Here’s another one from Pete Hamill via the New York Magazine Archives. Let’s go back to 1987:
Once there was another city here, and now it is gone. There are almost no traces of it anymore, but millions of us know it existed, because we lived in it: the Lost City of New York.
It was a city, as John Cheever once wrote, that “was still filled with a river light, when you heard the Benny Goodman quartets from a radio in the corner stationery store, and when almost everybody wore a hat.” In that city, the taxicabs were all Checkers, with ample room for your legs, and the drivers knew where Grand Central was and always helped with the luggage. In that city, there were apartments with three bedrooms and views of the river. You hurried across the street and your girl was waiting for you under the Biltmore clock, with snow melting in her hair. Cars never double-parked. Shop doors weren’t locked in the daytime. Bus drivers still made change. All over town, cops walked the beat and everyone knew their names. In that city, you did not smoke on the subway. You wore galoshes in the rain. Waitresses called you honey. You slept with windows open to the summer night.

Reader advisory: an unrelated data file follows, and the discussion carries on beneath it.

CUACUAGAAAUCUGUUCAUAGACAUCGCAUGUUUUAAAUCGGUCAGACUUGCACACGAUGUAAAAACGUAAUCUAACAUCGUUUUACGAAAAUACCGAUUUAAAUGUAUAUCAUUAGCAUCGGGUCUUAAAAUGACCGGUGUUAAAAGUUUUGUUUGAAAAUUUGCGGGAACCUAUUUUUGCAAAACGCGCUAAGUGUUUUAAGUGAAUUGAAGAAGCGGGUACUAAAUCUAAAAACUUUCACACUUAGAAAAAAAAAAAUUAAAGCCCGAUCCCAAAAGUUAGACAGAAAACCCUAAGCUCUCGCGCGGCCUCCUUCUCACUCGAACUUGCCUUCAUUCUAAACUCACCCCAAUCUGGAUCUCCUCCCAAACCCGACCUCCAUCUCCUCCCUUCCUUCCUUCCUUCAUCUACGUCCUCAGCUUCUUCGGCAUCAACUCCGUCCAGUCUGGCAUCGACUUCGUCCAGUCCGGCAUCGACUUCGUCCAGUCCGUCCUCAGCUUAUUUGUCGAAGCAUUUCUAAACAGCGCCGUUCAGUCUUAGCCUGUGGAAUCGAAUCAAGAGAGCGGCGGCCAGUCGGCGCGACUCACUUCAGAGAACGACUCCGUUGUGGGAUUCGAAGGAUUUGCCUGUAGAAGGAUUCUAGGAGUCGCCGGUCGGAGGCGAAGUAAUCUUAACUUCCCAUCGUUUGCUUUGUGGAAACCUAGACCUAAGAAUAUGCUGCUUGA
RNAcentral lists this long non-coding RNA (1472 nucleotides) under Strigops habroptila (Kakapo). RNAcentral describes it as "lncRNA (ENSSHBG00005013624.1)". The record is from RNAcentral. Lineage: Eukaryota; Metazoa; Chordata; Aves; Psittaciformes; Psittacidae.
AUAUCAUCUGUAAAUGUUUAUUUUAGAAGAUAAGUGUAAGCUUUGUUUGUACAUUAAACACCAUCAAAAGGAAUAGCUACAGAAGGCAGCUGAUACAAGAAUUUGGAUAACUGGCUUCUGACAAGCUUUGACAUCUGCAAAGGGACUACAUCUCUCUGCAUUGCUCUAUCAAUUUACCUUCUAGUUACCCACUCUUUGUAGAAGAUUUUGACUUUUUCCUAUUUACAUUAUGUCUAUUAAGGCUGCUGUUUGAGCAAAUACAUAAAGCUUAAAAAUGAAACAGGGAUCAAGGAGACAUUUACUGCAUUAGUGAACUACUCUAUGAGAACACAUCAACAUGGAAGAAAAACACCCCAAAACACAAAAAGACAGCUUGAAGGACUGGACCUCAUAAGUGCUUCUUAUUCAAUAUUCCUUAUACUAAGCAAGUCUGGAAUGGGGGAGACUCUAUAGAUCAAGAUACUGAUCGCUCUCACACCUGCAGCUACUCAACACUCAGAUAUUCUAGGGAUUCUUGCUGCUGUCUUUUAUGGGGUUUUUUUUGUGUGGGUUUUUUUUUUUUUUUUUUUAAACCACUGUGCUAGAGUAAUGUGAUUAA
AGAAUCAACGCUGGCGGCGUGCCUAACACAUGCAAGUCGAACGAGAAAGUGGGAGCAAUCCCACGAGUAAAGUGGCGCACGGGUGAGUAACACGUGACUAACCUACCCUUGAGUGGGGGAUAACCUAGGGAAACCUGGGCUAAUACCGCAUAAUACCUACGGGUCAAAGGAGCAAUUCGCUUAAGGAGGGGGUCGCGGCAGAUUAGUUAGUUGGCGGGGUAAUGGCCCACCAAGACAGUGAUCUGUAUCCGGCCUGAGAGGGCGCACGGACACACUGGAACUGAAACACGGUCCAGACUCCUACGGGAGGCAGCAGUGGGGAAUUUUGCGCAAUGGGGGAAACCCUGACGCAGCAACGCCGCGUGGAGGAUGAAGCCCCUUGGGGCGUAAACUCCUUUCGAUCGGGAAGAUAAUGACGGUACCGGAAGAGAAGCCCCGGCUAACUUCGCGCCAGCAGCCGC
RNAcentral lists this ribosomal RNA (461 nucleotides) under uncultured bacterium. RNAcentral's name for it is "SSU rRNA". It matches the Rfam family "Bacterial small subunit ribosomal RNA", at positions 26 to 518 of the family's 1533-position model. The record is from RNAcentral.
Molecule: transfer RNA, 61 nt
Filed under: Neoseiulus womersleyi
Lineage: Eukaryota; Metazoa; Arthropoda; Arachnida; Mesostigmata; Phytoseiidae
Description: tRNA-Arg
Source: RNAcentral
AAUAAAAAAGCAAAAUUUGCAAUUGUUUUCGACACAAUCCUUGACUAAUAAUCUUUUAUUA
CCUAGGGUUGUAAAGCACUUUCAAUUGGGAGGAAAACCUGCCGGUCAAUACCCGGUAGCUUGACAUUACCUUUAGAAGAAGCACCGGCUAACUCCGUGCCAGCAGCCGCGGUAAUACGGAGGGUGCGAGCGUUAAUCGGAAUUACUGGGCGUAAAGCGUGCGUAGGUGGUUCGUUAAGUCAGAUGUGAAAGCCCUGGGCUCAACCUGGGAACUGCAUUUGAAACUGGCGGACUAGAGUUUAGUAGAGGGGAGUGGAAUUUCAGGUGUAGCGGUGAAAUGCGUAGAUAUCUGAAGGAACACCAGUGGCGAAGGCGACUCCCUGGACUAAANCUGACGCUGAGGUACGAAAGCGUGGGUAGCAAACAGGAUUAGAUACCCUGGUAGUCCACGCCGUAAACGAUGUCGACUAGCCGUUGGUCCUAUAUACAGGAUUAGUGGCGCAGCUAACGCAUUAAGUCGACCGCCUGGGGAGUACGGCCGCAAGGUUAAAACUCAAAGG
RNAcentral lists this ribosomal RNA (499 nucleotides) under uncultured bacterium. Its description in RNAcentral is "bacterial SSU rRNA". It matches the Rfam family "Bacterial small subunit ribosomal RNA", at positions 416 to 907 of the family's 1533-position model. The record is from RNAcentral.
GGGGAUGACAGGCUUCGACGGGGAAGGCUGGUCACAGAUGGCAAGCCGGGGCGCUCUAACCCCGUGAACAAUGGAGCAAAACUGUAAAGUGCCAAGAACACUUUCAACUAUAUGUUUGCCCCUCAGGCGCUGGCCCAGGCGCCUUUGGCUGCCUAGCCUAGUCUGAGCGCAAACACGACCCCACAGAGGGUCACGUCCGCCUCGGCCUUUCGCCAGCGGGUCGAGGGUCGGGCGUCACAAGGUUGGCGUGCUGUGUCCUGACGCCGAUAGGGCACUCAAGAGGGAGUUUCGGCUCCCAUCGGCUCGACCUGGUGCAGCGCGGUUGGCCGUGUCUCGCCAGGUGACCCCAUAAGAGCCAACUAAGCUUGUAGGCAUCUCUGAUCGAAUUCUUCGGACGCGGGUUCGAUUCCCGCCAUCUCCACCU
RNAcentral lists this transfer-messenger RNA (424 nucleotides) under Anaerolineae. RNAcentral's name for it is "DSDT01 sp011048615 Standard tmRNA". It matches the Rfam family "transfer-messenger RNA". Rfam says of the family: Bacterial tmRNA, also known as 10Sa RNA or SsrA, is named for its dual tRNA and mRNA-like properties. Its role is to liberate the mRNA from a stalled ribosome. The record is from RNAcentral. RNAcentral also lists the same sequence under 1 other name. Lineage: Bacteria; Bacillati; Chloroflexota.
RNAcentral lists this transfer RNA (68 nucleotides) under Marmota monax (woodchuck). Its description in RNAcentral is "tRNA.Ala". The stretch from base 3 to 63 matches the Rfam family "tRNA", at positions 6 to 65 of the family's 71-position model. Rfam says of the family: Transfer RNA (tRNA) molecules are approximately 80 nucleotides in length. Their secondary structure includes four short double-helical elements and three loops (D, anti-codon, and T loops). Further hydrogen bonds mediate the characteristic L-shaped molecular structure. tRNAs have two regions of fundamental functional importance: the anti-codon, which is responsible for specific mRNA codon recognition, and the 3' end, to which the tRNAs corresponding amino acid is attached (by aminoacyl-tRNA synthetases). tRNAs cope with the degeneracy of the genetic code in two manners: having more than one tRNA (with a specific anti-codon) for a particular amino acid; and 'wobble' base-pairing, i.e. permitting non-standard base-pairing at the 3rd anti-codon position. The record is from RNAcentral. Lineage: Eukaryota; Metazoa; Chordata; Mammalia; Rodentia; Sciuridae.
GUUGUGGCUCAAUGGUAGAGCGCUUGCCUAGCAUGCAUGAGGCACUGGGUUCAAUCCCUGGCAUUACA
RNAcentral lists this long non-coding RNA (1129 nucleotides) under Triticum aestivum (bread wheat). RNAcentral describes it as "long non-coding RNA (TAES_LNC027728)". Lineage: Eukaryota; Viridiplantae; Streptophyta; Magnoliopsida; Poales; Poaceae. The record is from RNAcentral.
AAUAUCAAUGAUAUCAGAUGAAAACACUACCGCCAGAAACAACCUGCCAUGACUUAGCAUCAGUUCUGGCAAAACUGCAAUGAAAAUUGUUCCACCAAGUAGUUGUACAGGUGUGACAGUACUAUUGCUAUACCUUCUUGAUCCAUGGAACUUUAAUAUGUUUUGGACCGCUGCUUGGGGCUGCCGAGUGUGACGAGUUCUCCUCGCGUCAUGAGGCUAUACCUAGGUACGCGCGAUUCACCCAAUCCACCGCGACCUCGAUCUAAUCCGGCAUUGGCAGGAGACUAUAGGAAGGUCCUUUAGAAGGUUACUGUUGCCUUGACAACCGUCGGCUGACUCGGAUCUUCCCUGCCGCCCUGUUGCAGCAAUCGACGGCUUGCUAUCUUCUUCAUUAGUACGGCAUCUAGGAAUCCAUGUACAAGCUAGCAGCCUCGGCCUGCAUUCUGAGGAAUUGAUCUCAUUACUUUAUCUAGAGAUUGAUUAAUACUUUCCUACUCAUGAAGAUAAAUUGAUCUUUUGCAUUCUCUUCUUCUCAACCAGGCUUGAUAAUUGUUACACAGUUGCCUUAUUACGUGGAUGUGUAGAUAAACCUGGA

That New York is gone now, hammered into dust by time, progress, accident, and greed. Yes, most of us distrust the memory of how we lived here, not so very long ago. Nostalgia is a treacherous emotion, at once a curse against the present and an admission of permanent resentment, never to be wholly trusted. For many of us, looking back is simply too painful; we must confront the unanswerable question of how we let it all happen, how the Lost City was lost. And so most of us have trained ourselves to forget.
[Picture by Bags]